art lingers after it vanishes

Jackson Lavell-LeeAugusta Margaret River Times
Email Jackson Lavell-Lee
Ian Mutch's Beach Blanket at Bunker Bay Photo: Christian Flectcher
Camera IconIan Mutch's Beach Blanket at Bunker Bay Photo: Christian Flectcher

Dunsborough artist Ian Mutch is no stranger to big ideas but his latest collaboration with esteemed photographer Christian Fletcher is a sight to behold.

Mutch is an award-winning illustrator and painter whose designs you may know from the Dunsborough township or a walk to the end of Busselton Jetty.

His recent Beach Drawings collaboration with Fletcher involves using a rake and sand as a medium to design a large temporary drawing of his unique characters to tell a simple story while Fletcher captures the giant piece with a drone.

“I just love drawing characters and telling stories in my artworks and I always come back to the cartoons because they are so whimsical and childlike,” Mutch said.

“People connect with the simplicity and because we have such beautiful beaches it made sense to draw on them like a canvas.”

The scale of the designs are simply astounding. Fletcher uses a person, waves and cliff faces to illustrate the sheer size of these incredible drawings through perfectly balanced photographs.

“Christian is really good at using light and texture and I really like how the drawings don’t remain for ever — they’re there one day and gone the next,” he said.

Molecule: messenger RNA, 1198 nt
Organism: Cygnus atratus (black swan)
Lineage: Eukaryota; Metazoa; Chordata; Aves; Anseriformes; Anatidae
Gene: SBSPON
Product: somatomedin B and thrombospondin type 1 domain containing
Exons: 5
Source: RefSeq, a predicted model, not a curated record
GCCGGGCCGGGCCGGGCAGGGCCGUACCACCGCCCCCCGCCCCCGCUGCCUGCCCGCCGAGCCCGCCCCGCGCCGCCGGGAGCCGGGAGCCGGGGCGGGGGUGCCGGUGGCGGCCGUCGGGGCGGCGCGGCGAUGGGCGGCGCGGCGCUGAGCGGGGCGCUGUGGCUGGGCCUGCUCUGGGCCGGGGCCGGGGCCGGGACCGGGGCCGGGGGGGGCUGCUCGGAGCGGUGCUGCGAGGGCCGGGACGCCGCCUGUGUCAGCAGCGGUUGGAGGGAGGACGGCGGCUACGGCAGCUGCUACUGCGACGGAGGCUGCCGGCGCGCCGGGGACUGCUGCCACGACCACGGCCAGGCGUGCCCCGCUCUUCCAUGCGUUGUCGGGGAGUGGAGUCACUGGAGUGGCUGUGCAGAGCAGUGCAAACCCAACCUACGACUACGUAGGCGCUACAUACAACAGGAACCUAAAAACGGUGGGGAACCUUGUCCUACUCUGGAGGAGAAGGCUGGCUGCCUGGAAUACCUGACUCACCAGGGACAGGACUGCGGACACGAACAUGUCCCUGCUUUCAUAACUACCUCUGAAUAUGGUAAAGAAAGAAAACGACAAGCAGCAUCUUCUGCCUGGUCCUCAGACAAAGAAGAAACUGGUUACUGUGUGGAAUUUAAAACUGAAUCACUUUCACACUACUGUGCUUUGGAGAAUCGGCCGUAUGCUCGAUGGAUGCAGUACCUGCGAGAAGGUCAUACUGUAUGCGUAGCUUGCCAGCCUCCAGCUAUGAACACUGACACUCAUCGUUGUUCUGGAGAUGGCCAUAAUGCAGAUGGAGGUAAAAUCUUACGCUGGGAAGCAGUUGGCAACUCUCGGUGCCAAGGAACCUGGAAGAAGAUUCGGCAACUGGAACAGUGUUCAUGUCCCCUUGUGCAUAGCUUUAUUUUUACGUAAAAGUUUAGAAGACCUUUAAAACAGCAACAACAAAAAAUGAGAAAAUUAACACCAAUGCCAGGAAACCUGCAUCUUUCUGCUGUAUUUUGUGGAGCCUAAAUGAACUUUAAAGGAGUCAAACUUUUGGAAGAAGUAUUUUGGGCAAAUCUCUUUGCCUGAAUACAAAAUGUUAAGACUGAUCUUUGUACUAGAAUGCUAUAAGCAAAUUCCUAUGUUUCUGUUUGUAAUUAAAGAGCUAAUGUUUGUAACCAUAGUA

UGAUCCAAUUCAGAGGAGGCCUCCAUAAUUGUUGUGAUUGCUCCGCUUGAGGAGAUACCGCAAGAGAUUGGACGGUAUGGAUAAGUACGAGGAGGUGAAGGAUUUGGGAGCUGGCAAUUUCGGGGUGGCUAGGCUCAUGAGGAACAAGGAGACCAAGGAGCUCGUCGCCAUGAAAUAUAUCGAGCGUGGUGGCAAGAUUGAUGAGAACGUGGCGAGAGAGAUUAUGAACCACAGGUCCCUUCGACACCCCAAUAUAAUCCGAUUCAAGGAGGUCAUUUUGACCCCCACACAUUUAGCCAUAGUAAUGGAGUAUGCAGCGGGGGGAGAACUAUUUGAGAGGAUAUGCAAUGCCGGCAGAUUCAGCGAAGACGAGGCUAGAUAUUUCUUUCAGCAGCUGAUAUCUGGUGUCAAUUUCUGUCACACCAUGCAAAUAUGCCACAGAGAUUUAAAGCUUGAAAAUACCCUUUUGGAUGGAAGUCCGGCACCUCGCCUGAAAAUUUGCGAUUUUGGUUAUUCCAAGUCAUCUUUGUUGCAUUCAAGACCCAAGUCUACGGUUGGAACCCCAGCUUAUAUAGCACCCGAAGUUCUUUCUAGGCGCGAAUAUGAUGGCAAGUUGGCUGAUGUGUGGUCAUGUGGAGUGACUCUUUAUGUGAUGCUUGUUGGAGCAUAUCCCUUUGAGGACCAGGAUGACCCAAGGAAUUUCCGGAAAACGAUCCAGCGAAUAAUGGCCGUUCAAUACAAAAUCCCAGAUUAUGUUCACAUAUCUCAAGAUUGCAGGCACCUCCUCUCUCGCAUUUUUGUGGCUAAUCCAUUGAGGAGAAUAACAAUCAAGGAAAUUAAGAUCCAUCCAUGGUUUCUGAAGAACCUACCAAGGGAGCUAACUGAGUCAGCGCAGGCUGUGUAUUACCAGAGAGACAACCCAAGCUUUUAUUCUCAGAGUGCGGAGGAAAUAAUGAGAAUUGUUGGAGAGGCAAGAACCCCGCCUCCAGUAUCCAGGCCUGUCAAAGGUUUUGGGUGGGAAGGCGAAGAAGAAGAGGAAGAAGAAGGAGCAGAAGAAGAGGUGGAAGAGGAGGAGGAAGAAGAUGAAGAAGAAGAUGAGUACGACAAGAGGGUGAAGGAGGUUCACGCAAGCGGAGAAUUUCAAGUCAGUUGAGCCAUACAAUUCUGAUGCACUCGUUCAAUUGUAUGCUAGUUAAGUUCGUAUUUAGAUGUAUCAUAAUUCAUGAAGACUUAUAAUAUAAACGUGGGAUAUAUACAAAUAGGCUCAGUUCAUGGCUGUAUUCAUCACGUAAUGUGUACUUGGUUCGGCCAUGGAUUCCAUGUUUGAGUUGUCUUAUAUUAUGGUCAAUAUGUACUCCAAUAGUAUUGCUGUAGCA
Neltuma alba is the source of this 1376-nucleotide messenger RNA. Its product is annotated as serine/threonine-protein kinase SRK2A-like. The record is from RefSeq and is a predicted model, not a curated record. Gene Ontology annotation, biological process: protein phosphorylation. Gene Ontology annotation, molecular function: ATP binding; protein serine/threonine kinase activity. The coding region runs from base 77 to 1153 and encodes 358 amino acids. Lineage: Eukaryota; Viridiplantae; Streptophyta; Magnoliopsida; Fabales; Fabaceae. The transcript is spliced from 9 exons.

Mutch’s Head in the Sand at Wyadup Rocks has rocketed to internet stardom and when shared by the Times on Facebook had almost 5000 engagements. “Head in the Sand was created just a few days before the COVID-19 lockdown in WA and to me there was plenty of confusion at the time and some weird things in society.

“Silly stuff like panic-buying and different political points of view created chaos in terms of something that was out of our control,” he said.

“It could be a comment on our political leaders, or those of us that did not want to take this health issue seriously, but to me it was a little comment on the entire human race.”

The ongoing collaboration of two of Dunsborough’s finest visual artists relies heavily on perfect conditions with tides washing a t the drawings and wind buffeting the photographer’s drone.

“My very first one was at Bunker Bay, called beach blanket because it uses the water as if it was a blanket, meaning don’t sleep on climate change. We are always at the mercy of the elements.”

A video of Mutch’s creative process is at www.ianmutch.com and the still images can be viewed at the Christian Fletcher Gallery.

Get the latest news from thewest.com.au in your inbox.

Sign up for our emails